Our new barn is a state-of-the-art modular design that meets all the standards of the federal Food Safety Modernization law that was passed in 2011 and modified in 2014.
“It’s built like a kitchen,” head farmer Simon Athearn said. “This building is all about sanitation.”
Crops from the field will go straight to the barn for cleaning and refrigeration before they are distributed to Morning Glory’s farmstand, wholesale and kitchen divisions. The results you’ll see, beginning in 2019, will be cleaner, fresher produce, provided more efficiently.
The new barn will be outfitted with dunk tanks, washing tables, a “bubble tub” to scrub produce with air as well as water and a device that washes bunched root vegetables.
Dedicated refrigerators will allow workers to quickly cool farm produce after cleaning it. “Prompt cooling can add significant time to the shelf life,” Simon said. “This will all improve the flow of produce.”
The building is made with structural insulated panels, also called SIPs, which are mold- and termite-resistant and contain no ozone-depleting fluorocarbons. The goal is a barn that is both healthy to work in and easy on the environment.
To fund the new barn, Morning Glory worked with a grant-writing consultant provided by the business-to-business platform What’s Good, a “virtual farmers market” we use to connect with our wholesale customers. With this help, we successfully applied for a grant from the Massachusetts Department of Agricultural Resources (MDAR)’s Agricultural Preservation Restriction Improvement Program, which provides not only financing but also access to resources and professionals in the industry.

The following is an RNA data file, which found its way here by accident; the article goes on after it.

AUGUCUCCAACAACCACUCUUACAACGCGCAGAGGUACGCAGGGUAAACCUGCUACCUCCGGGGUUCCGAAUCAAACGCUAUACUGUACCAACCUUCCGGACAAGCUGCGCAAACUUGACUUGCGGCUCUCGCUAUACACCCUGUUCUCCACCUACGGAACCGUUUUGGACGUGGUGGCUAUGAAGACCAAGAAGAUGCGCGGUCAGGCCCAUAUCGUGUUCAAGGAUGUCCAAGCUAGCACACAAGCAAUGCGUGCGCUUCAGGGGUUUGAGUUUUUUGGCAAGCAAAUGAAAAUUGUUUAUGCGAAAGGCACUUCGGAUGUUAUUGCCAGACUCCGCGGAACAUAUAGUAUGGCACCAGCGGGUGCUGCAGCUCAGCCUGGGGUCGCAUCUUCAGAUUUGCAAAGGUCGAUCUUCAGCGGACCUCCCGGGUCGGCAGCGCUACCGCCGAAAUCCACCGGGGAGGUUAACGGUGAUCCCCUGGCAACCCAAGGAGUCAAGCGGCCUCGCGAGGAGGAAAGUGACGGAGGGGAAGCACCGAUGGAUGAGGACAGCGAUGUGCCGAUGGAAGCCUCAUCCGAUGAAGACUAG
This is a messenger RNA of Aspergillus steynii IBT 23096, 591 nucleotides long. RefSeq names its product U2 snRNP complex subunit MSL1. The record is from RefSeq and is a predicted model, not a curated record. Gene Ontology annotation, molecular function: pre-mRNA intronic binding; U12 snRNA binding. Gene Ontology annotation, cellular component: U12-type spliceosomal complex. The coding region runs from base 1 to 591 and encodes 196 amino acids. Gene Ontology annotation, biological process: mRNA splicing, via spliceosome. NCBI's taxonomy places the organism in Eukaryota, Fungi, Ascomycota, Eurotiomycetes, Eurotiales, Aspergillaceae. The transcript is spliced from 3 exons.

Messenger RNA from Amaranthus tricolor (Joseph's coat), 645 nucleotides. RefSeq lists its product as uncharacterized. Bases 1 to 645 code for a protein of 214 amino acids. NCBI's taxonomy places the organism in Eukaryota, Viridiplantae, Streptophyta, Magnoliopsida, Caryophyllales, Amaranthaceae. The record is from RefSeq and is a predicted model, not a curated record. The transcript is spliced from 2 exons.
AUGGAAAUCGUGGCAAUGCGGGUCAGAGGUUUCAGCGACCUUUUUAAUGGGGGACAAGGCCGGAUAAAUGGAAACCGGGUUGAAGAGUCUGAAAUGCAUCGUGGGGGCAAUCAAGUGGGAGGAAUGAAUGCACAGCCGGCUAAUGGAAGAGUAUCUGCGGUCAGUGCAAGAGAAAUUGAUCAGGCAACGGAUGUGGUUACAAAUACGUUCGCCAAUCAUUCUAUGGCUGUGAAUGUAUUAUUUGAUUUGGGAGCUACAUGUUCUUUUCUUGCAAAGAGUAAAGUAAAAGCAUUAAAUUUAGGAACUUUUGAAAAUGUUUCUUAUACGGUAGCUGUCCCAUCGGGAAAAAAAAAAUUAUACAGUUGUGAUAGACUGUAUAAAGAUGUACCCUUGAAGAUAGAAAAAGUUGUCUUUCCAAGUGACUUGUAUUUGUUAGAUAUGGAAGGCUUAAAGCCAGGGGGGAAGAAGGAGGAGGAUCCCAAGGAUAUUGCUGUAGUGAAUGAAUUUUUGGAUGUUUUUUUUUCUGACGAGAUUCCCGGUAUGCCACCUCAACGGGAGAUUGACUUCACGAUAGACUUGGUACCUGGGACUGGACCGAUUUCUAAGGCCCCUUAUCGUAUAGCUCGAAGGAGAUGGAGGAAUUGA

As a result of the grant, a engineer provided assistance designing the building; a professional business planner has been helping Morning Glory to chart its course forward; and a team of federal biologists, from the U.S. Department of Agriculture’s National Resources Conservation Service, surveyed the farm to create a conservation plan.
“It’s a free federal service to analyze farmland and aid the farmer in soil and environmental conservation,” Simon explained.
“They analyze farm slopes, endangered species, types of grasses, your problem weeds, disease issues and so on, and provide resources if they feel it’s necessary. The federal government often will pay for a culvert to be put in to protect a water source,” for instance.
“These resources are valuable and we are trying to take advantage of them,” Simon said. “It’s an opportunity to leverage the governments’ good will into creating a more powerful local food system.”
At both the state and federal level, he added, “they want you to succeed.”
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